One of Shakespeare's most famous sonnets, Sonnet XVIII extoles the quality of love that can transcend the mortality of Nature, while at the same time it recognizes the qualities in nature that refer to the human experience:
Shall I compare thee to a summer's day?
Thou art more lovely and more temperate....
...thy eternal summer shall not fade,
Nor lose possession of that fair thou owest;
This connection of man with nature prevails throughout Sonnet XCIV. However, in this sonnet, the poet is more concerned with the interrelationship as he opens with the observation that the man who exercises restraint protects "nature's riches." In line 9, "summer's flower" is used as a metaphor for human identity and the theme is, then, developed as the poet suggests that if nature's restraint is lost and the flower becomes corrupted ("base infection"), then the weed of evil "outbraves his (the flower's/man's) dignity" and lives while the flower dies.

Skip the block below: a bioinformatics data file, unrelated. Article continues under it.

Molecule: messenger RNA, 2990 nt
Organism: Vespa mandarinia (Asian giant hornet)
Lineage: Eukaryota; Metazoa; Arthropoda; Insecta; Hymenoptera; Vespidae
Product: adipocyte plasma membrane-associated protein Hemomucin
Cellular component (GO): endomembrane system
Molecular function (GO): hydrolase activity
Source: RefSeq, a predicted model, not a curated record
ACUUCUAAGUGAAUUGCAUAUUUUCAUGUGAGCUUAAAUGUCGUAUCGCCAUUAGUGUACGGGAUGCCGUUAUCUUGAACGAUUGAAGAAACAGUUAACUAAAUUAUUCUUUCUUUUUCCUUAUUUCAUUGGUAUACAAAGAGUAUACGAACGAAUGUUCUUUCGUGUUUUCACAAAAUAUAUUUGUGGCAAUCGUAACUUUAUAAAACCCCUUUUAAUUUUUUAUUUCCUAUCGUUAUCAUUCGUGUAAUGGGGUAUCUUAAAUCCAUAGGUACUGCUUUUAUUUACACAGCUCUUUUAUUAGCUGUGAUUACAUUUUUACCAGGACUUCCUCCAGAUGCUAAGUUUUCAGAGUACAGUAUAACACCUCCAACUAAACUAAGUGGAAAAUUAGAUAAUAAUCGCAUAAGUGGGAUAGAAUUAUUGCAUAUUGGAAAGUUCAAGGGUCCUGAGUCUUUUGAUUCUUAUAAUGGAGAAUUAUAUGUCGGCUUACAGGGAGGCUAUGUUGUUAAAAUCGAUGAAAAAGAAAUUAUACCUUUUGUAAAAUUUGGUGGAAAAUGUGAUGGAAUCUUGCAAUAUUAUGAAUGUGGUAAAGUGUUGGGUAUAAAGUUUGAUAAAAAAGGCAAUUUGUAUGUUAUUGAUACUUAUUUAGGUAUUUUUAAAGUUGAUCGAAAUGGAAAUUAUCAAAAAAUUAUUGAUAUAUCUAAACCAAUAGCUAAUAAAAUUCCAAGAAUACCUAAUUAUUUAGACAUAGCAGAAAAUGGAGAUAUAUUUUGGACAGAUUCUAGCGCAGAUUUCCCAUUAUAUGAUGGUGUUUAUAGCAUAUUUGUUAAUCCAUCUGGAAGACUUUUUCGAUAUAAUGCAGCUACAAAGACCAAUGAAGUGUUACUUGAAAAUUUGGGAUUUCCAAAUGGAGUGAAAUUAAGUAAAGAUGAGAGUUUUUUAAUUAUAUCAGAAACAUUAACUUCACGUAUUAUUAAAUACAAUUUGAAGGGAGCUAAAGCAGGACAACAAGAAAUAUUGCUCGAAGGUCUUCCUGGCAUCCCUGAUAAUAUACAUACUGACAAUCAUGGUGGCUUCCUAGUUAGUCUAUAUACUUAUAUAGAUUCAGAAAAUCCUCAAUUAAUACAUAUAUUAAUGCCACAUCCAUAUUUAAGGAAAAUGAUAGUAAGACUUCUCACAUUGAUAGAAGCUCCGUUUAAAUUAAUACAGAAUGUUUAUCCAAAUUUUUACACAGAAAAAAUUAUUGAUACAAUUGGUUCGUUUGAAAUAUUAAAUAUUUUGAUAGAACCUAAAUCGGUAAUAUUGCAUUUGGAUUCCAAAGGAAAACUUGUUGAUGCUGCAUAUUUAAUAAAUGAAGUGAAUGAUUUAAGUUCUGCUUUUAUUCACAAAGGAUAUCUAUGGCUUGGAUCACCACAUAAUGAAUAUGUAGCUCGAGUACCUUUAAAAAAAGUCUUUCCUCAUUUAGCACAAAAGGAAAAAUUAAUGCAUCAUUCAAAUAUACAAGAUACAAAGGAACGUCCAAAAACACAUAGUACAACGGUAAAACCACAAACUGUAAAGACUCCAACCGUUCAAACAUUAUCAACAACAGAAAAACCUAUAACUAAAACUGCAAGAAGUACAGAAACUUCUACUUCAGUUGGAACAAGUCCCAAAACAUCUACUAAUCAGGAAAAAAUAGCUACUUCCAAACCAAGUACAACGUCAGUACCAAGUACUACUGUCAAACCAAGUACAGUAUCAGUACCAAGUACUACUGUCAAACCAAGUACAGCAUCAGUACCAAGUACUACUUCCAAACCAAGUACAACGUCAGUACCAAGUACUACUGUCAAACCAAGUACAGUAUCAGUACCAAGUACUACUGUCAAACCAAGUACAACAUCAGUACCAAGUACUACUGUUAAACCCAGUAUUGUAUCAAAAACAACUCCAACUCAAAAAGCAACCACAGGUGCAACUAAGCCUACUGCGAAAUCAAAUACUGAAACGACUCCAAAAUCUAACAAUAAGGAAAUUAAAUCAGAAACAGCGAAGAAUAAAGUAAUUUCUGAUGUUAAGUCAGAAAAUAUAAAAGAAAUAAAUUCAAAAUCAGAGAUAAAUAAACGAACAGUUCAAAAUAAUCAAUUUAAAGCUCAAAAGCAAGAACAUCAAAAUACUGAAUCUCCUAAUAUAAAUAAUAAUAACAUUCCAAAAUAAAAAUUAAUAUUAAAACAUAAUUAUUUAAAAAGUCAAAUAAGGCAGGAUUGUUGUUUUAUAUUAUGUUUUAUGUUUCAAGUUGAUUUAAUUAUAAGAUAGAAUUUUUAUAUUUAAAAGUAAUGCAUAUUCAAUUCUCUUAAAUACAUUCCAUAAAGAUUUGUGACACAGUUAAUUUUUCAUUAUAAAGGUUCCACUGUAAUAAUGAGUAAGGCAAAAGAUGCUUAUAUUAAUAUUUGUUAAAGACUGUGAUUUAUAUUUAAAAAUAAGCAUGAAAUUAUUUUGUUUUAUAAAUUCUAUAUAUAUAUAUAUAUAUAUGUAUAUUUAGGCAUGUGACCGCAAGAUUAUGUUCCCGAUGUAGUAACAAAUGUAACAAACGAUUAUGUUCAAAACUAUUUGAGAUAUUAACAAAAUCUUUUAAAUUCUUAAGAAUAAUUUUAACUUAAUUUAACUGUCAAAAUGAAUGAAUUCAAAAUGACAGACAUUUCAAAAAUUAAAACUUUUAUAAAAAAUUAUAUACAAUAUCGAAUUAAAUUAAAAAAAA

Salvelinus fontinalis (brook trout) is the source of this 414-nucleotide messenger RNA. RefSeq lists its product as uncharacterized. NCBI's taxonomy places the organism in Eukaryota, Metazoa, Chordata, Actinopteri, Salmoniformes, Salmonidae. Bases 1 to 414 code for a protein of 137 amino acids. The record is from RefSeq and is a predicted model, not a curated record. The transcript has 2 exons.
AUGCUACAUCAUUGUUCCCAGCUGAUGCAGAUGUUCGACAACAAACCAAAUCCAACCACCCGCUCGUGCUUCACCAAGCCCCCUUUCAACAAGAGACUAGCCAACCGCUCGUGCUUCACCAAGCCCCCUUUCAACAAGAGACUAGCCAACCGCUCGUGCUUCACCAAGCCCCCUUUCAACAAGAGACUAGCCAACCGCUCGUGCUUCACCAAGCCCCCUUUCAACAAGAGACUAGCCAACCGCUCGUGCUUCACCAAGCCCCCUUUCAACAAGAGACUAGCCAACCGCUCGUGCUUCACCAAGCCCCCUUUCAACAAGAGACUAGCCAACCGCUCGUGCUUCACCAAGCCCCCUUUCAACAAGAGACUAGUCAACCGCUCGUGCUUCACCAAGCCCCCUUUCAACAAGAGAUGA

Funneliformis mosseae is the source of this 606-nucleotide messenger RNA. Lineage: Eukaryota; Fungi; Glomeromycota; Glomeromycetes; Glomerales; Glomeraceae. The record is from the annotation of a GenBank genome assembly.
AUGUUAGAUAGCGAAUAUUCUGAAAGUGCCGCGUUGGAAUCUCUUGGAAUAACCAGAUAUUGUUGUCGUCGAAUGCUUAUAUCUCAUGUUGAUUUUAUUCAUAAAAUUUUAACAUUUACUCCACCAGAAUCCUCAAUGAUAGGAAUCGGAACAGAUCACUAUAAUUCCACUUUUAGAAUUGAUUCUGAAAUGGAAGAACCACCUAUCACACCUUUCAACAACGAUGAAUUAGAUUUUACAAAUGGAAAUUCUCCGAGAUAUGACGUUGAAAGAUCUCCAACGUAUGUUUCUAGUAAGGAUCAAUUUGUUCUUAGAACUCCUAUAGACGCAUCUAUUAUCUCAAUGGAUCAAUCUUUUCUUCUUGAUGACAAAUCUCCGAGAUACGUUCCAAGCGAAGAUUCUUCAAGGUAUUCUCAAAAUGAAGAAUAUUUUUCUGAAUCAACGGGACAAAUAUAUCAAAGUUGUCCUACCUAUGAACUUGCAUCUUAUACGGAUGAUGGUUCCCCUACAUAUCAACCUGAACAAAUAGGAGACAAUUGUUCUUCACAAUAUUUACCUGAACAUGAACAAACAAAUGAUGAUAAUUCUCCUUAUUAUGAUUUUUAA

Thus, in Sonnet XVIII there is absolute confidence that the dignity and beauty of the beloved young man will last forever; however, this eternal dignity is questioned in Sonnet XCIV as corruption can, indeed, cause the ruin of the young man's dignity:
For sweetest things turn sourest by their deed:
Lilies that fester smell far worse than weeds.
It would seem, then, that the poet has become disappointed in the youth and finds himself embroiled in one of the great ironies of the human experience: the object of one's love is often underserving.